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Copy of Archetypes
Transcript of Copy of Archetypes
The Castle or
The Small Town
Water represents the importance of life
Represents life's journey, or passage of time
Renewal, Rebirth, transformation
It could also mean passing into the after life
The River Styx from greek mythology
In Greek lit. symbolizes:
the female body
A dangerous world
A solitary life
An uncontrolled place
A precious resource
A reconnection with roots
An escape from industry
The dichotomy of good and evil
Dangerous force of nature
Keeper of treasures
the ending place for all souls
separation from society
loss of morals
A barren place
A test of character
will the character emerge stronger or insane
A journey or initiation
If intact represents:
If dilapidated represents:
caves, tunnels, mazes, labyrinths, or any "depths"
Battle of Good vs. Evil
The Magic Weapon
Loss of Innocence
The Rite of Passage
This plot concentrates on finding an object, such as the Holy Grail, that will restore fertility to a wasteland, health to the ill, or plenty to the impoverished.
This refers to a certain superhuman feat that must be accomplished in order for the hero to reach his goal.
Characters must go through a journey or travel which sends the hero through many trials and dangers in which he must face his fears in order to restore happiness, fertility, justice, or harmony to his community. The hero often must endure a wasteland or underworld where he/she is “reborn”.
Many characters who begin this plot line in a high safe place, find themselves suffering from a personal weakness that causes them to fall from grace. A fall is usually accompanied by either a redemption or tragedy.
This is a common plot that is pretty self-explanatory. Usually good triumphs.
Often related to a task, this plot relies on the hero’s ability to learn how to use a piece of equipment, possible a magic sword, or a computer program. The use of this magic solves the main conflict and proves the worth of the hero.
The basis of all romantic plot lines
– A good person, usually young and inexperienced, sees and experiences something of the world and learns how things really work.
This is an organized event or ritual in which a young person officially becomes an adult.
This situation refers to a moment, usually psychological, in which an individual becomes mature and accepts a certain responsibility.
Typically, a hero gets a calling or message or sign that sacrifices must be made and he/she has to grow up.
The Reluctant Hero
The Tragic Hero
Damsel in Distress
Young Person from the Provinces
Hunting group of companions
The Friendly Beast
The Star-Crossed Lovers
The Creature of Nightmare
In its simplest form, this character is the one ultimately who may fulfill a necessary task and who will restore fertility, harmony, and/or justice to a community. The hero character is the one who typically experiences an initiation, who goes the community’s ritual (s), et cetera.
He does not willingly accept his fate, he is initially forced into a situation where he is has no choice but to act on his heroic instincts and he eventually takes on the role of hero.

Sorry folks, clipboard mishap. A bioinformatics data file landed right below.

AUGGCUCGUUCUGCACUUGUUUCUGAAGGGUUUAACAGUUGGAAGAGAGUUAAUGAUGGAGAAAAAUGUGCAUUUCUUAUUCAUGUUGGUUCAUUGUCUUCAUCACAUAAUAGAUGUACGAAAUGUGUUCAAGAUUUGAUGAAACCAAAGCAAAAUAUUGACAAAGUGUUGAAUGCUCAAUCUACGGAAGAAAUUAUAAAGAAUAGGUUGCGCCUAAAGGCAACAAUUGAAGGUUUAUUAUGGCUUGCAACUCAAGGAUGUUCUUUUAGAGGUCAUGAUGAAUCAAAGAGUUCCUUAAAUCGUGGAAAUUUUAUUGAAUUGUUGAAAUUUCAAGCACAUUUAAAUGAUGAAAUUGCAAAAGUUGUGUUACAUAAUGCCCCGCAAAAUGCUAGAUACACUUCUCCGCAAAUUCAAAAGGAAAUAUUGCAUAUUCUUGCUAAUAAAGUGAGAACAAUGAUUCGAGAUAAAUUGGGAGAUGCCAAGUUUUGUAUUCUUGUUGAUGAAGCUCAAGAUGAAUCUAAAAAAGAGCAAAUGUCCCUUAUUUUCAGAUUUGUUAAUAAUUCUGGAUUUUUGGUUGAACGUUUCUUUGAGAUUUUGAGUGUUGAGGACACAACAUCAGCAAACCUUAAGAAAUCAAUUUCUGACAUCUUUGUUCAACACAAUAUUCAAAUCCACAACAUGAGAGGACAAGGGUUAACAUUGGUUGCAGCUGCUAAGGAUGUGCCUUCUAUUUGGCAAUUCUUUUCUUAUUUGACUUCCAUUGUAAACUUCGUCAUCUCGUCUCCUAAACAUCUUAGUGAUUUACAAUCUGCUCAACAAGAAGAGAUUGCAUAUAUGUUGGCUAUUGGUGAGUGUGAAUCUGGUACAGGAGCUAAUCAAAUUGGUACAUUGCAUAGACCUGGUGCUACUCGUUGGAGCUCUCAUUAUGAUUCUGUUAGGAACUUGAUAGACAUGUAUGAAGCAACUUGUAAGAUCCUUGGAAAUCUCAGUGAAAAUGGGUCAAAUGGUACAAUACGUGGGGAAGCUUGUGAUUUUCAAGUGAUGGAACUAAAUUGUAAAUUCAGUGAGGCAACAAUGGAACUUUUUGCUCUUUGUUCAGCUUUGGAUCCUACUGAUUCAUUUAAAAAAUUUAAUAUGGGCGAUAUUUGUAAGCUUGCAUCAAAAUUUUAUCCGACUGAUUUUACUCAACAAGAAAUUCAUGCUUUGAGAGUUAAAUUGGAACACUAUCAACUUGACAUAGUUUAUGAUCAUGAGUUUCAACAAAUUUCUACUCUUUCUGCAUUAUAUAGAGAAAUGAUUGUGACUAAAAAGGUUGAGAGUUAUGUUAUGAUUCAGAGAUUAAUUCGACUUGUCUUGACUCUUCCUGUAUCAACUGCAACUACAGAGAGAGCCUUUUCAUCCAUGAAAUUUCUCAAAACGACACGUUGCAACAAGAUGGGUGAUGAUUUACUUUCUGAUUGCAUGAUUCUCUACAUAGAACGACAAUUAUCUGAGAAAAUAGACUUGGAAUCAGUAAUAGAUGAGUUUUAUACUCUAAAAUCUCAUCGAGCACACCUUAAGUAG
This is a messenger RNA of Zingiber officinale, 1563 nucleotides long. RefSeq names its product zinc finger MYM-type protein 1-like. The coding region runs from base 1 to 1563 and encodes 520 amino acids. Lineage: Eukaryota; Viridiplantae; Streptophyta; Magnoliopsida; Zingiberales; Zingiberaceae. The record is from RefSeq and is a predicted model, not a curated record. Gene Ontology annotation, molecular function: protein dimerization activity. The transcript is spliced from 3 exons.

He exibits all the traits of a traditional hero except he has a tragic flaw that leads to his demise, be it death or loss of his social station.
This hero is taken away as an infant or youth and raised by strangers. He or she later returns home as a stranger and able to recognize new problems and new solutions.
These individuals serve as teachers or counselors to the initiates. Sometimes they work as role models and often serve as father or mother figure. They teach by example the skills necessary to survive the journey and quest.
These loyal companions are willing to face any number of perils in order to be together.
These animals assist the hero and reflect that nature is on the hero’s side
These are young heroes who, prior to the quest, must endure some training and ritual. They are usually innocent at this stage.
This character is symbolic of fulfillment, abundance, and fertility; offers spiritual and emotional nourishment to those who she contacts; often depicted in earth colors, with a fuller figure.
The character that opposes the hero, he is often selfish and seeks power. In his quest for power he harms people the hero swears to protect.
An old woman, usually a witch, she often lives in solitude and cares only for herself. She uses her magic to hurt others in order further her own agenda.
Looks exactly the same as the hero, but is evil.
A real beauty, this female character always gets her man. Her stunning beauty and ability to manipulate men can cause a hero to fall into her trap. Sometimes this character is just evil, but most of the time this woman has had to use this technique to survive or to get ahead.
This monster, physical or abstract, is summoned from the deepest, darkest parts of the human psyche to threaten the lives of the hero/heroine. Often it is a perversion or desecration of the human body.
These two character are engaged in a love affair that is fated to end in tragedy for one or both due to the disapproval of society, friends, family, or the gods.
This figure is banished from a community for some crime (real or imagined). The outcast is usually destined to become a wanderer.
A human or animal character that plays dubious jokes or tricks, makes fun or is made fun of, and may be camouflaged as one of the demigods of a religious tradition. It often seems that he plays tricks for his own amusement rather than for malicious reasons.
An archetype with two distinct points of view, the damsel in distress may be a true victim who cannot save herself. Alternatively she may be a weak-minded idiot who is too stupid or vain to save herself. Either way she is vulnerable and must be saved by the hero. Because the hero knows this, the damsel is often used as a trap.